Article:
The DETO2X-AMI trial is the first large-scale randomized trial of oxygen therapy in patients with suspected myocardial infarction to be large enough to reveal meaningful findings on mortality and morbidity. The study enrolled six times more patients than all previous randomized trials of this therapy combined and included a much broader range of patients to make the results relevant to everyday clinical practice.

The study’s registry-based randomized clinical trial protocol used national registries including SWEDEHEART for randomization, case record forms and follow-up. Dr Hofmann said: “With this design we could enrol 6 629 patients with high quality data in less than three years and keep overall costs to a fraction of a conventional randomized trial.”

Read about other late-breakers in the article “Late-breaking Trial Presentations at ESC 2017.”
 

References:

1. Robin Hofmann, Stefan K. James, Tomas Jernberg, et al. “Oxygen Therapy in Suspected Acute Myocardial Infarction.” NEJM. Published online Aug. 28, 2017.

2. ESC Guidelines for the management of acute myocardial infarction in patients presenting with ST-segment elevation. European Heart Journal. 2012;33:2569–2619. doi:10.1093/eurheartj/ehs215.

3. Stub D, et al. Air versus oxygen in ST-segment-elevation myocardial infarction. Circulation. 2015;131:2143–2150. doi: 10.1161/CIRCULATIONAHA.114.014494.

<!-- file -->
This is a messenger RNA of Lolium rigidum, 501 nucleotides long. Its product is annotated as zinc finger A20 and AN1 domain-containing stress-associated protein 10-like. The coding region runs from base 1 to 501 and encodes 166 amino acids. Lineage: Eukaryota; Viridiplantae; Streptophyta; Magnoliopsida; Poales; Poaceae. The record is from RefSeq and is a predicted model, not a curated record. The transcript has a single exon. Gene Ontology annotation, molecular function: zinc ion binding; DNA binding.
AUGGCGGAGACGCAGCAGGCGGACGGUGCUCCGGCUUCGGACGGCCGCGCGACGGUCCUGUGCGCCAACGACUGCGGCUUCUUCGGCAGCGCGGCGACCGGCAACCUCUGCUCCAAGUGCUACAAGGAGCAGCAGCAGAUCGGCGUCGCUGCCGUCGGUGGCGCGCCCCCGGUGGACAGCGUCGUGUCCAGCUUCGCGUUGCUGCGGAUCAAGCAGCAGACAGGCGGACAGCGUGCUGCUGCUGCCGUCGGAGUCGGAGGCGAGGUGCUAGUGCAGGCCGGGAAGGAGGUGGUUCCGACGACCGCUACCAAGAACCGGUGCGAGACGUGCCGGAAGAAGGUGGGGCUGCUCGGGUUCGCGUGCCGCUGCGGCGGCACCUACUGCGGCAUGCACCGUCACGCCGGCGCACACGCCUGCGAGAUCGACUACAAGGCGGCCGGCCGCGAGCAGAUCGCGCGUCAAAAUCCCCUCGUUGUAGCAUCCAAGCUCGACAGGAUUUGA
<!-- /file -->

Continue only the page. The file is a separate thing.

Related Content

News | Cath Lab

May 26, 2022 — The U.S. Food and Drug Administration (FDA) has recalled the Dragonfly OpStar Imaging Catheter, and has ...

Home May 26, 2022
Home
News | Cath Lab
April 25, 2022 – NewYork-Presbyterian Hudson Valley Hospital celebrated the launch of its interventional cardiology ...
Home April 25, 2022
Home
News | Cath Lab
April 18, 2022 – Royal Philips and Oulu University Hospital (Finland) have announced a strategic 10-year partnership ...
Home April 18, 2022
Home
News | Cath Lab
February 16, 2022 – Fremont Bank Foundation recently donated $750,000 to its community partner, St. Rose Hospital ...
Home February 16, 2022
Home
News | Cath Lab
February 14, 2022 — A collaborative effort between The Valley Heart and Vascular Institute’s cardiology team ...
Home February 14, 2022
Home
Sponsored Content | Videos | Cath Lab

Advancements in analytics and data visualizations are helping to streamline operations and improve productivity at cath ...

Home January 13, 2022
Home
News | Cath Lab

January 4, 2022 — The U.S. Food and Drug Administration (FDA) has authorized marketing of the first laser-based device ...

Home January 04, 2022
Home
News | Cath Lab

December 14, 2021 — RSIP Vision, a medical imaging company applying advanced artificial intelligence (AI) and computer ...

Home December 14, 2021
Home
Feature | Cath Lab

November 15, 2021 — RealView Imaging Ltd. recently received FDA 510(k) clearance for its Holoscope-i holographic system ...

Home November 15, 2021
Home
News | Cath Lab

November 10, 2021 — Shockwave Medical a pioneer in the development of Intravascular Lithotripsy (IVL) to treat severely ...

Home November 10, 2021
Home
Subscribe Now